With new understanding of this mindset, I chose to enter it more intentionally to clear my thoughts. As I separated myself from my brain more often, I began to notice when my mind was pulling me ahead into the future or back to the past, or when it was getting stuck in unhelpful circular thinking. I saw how these thought patterns were moving me away from my power to make healthy decisions.
It’s important to eliminate distractions and focus on the task at hand. Ongoing internal feedback on your performance increases your ability to maintain the state of flow. With these guidelines in hand, try some of the suggestions below to begin finding space in your mind.
Any activity or hobby that brings you into a focused state may have the power to tune you into the flow. This can include creative pursuits like drawing and singing, reading, socializing with family or friends, or playing a board game. If the activity is done without an end or purpose in mind, but simply for the sake of enjoyment, the flow state may be achieved even more readily.
Write it out.
Journaling can quickly generate a state of flow and is an efficient way to clear some of your mental clutter. By writing your thoughts out, especially first thing in the morning, you not only give them a healthy route to escape your mind, but you also position yourself to see them more clearly.
Awareness allows for further expansion of the mind and, with practice, the freedom to consciously choose your thoughts so they align with your goals and lifestyle. Try freewriting your thoughts out as they occur. Give yourself just five minutes to start, and do it without judgement.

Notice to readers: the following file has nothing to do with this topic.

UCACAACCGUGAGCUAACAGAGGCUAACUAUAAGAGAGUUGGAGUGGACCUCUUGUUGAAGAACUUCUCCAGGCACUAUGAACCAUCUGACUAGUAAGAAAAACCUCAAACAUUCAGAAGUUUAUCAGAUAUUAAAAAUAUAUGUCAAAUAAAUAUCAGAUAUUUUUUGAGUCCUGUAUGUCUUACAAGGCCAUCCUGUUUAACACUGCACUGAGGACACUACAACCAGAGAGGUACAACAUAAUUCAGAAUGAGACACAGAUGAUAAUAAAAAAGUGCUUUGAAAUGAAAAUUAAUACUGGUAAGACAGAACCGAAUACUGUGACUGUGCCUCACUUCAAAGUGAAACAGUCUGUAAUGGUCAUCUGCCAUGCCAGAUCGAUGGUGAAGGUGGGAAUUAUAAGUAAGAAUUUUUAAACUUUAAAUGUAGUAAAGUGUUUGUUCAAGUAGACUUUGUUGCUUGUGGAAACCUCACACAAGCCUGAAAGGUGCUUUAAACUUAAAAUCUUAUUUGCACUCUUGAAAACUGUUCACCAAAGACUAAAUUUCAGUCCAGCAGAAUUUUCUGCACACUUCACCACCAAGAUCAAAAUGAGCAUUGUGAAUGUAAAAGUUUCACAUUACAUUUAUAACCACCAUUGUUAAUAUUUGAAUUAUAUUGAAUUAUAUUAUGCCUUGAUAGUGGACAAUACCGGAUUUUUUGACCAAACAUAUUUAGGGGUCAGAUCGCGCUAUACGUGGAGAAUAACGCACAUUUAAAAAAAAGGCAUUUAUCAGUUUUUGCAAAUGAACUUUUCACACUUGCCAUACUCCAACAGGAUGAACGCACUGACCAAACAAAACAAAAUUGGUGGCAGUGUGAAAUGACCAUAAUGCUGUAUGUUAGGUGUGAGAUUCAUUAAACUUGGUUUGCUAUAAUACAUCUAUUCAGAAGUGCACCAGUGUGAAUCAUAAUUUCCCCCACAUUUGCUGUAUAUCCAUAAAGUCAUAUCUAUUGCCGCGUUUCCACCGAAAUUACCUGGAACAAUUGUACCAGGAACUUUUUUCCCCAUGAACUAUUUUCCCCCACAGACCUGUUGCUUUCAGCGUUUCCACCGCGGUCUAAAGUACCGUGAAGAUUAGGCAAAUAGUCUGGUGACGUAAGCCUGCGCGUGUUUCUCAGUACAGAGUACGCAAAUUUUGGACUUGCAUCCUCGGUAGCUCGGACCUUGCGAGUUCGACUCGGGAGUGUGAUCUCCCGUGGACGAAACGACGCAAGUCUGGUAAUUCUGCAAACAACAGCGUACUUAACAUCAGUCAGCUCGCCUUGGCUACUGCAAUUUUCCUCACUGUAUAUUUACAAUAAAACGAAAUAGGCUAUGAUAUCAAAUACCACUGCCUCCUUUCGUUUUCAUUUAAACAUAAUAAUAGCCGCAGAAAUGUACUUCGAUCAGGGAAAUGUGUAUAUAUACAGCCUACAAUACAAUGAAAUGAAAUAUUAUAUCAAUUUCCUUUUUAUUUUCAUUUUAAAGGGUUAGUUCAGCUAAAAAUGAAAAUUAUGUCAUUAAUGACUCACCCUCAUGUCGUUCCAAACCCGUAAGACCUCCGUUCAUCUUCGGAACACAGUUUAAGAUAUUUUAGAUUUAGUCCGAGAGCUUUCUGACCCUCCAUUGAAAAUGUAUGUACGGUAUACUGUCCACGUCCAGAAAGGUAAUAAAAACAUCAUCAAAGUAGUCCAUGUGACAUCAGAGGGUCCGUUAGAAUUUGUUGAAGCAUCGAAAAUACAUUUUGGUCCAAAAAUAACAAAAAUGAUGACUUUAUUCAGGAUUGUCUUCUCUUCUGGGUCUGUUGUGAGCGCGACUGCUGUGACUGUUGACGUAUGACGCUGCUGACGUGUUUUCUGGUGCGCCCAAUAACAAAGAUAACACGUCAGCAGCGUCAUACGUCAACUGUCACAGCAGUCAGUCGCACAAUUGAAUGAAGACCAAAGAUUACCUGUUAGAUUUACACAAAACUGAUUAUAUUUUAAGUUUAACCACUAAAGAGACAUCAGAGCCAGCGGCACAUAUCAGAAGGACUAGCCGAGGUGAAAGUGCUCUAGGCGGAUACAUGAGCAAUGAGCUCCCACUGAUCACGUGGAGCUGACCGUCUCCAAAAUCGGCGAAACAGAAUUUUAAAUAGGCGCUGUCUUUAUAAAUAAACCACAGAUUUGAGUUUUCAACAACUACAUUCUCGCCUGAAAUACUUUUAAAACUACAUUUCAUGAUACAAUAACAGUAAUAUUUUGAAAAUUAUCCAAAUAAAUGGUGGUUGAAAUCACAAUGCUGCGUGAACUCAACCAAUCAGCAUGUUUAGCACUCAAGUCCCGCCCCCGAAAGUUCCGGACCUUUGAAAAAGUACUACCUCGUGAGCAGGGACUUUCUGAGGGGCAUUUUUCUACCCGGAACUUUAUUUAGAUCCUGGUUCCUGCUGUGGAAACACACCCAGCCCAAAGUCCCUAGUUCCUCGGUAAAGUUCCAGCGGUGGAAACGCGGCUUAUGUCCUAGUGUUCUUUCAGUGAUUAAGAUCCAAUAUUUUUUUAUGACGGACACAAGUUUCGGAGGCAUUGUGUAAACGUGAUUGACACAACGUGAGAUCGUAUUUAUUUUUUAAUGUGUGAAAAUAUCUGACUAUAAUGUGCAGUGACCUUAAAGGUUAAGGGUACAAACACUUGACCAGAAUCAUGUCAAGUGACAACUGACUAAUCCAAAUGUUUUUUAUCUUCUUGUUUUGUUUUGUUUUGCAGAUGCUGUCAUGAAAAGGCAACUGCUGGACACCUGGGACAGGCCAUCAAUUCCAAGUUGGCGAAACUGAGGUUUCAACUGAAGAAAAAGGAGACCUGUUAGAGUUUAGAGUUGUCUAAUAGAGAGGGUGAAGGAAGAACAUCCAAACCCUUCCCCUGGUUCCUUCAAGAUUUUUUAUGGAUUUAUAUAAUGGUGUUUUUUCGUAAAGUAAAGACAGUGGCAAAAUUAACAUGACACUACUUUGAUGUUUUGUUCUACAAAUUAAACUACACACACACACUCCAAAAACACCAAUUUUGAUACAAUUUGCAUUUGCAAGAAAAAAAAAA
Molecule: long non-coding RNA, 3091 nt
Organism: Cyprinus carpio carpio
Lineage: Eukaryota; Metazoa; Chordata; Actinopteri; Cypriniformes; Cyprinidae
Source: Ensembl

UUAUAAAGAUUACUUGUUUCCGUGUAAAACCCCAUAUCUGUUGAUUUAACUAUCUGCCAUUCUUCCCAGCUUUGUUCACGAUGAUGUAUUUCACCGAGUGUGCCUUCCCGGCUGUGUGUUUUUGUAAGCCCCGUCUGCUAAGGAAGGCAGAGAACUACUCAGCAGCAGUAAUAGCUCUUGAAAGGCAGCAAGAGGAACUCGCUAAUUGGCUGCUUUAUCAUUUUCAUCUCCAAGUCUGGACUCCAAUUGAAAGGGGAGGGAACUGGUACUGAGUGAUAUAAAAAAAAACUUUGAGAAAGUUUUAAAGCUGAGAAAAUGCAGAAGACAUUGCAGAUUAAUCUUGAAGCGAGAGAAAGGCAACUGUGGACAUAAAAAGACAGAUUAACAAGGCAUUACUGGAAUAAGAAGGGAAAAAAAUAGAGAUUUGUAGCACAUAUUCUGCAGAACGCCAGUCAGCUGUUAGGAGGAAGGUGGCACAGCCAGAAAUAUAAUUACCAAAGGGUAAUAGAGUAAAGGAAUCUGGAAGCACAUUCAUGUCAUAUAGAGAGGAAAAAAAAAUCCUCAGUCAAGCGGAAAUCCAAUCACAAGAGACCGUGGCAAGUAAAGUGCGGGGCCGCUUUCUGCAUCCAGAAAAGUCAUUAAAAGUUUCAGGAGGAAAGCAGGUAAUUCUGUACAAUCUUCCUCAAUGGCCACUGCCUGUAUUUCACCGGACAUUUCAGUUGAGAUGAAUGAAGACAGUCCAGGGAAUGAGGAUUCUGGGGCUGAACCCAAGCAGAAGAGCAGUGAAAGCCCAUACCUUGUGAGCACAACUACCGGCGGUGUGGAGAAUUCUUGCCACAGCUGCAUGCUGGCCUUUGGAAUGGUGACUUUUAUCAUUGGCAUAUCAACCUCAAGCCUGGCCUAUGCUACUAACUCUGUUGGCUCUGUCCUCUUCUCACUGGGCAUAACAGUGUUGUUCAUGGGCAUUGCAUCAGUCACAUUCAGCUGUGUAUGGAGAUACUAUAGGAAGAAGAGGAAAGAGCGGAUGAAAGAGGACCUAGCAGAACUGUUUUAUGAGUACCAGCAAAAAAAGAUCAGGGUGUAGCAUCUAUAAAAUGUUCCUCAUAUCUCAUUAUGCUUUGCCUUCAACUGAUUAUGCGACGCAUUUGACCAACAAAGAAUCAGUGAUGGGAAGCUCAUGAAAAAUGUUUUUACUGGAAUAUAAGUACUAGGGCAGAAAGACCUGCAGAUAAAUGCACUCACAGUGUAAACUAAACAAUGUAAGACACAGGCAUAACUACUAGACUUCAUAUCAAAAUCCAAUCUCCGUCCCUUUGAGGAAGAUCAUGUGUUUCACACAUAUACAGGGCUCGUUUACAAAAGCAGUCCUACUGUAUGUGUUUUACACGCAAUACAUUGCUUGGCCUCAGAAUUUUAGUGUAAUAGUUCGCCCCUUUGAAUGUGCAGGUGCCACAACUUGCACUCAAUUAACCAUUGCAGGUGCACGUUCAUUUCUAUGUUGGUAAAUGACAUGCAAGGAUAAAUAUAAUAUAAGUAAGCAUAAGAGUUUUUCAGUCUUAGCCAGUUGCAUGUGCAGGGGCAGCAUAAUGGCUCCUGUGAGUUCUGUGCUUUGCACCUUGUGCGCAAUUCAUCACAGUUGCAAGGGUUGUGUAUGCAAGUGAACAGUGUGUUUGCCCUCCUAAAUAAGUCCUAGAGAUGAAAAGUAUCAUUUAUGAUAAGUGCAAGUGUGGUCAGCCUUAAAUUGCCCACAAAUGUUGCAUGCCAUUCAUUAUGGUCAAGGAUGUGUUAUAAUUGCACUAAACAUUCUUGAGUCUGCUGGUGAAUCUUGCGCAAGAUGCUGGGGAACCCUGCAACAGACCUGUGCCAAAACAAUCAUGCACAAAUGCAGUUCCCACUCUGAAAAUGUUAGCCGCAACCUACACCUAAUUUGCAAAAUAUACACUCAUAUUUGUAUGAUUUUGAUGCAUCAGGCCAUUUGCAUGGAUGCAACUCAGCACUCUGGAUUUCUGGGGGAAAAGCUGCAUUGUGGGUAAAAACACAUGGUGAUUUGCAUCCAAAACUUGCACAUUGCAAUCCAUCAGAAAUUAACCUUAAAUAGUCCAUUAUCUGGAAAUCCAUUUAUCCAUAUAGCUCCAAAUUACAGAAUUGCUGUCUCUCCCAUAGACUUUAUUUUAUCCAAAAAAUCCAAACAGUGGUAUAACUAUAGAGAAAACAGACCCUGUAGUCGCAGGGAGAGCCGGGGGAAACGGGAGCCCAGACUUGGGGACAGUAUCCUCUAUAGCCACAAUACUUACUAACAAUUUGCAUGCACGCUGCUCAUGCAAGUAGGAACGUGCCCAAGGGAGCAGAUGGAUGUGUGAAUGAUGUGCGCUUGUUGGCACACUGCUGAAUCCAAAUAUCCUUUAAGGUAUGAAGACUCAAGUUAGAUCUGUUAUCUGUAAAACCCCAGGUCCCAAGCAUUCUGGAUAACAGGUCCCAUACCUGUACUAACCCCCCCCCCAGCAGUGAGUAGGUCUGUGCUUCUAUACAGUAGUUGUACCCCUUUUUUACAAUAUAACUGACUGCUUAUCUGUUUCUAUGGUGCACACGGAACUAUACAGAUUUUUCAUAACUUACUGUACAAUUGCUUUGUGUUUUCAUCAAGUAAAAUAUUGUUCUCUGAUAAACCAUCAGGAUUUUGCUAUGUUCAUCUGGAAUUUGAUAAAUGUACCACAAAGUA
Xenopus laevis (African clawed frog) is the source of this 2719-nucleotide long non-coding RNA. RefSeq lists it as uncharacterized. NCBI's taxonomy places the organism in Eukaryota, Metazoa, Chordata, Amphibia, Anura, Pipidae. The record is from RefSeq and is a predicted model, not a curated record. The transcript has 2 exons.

Sleep it off.
This is a bit of an unusual suggestion but in my opinion, being asleep is the ultimate experience of flow. We lose complete sense of time, body and self as the conscious mind switches off completely. It also increases your capacity to integrate life experiences. Sleep is necessary for your brain to processes and store memories and emotions, freeing up space for other tasks during waking hours. When we are sleep deprived, even the smallest decision becomes difficult, which makes our brains work overtime and leads to disordered thinking and mind clutter.
Get into your body.
Settling into your physical body by engaging with physical experiences is one of the fastest ways to get into a flow state. By fully tuning into the senses of sound, taste, smell, touch and sight, we gently encourage our minds to join our bodies in the present moment. You may remember feeling the sense of suspended time and thought while playing sports, immersed in nature, during sex, or even while enjoying a delicious meal. These are all activities that involve the senses more than intellect. Practice entering this state of heightened sensory awareness by really listening to the vibrations of your favorite music, moving your body in a way that feels satisfying, spending time in a visually inspiring landscape or savoring your favorite meal.
Take a vacation to a new destination.
Travel offers an opportunity to enjoy several of the experiences above at the same time, including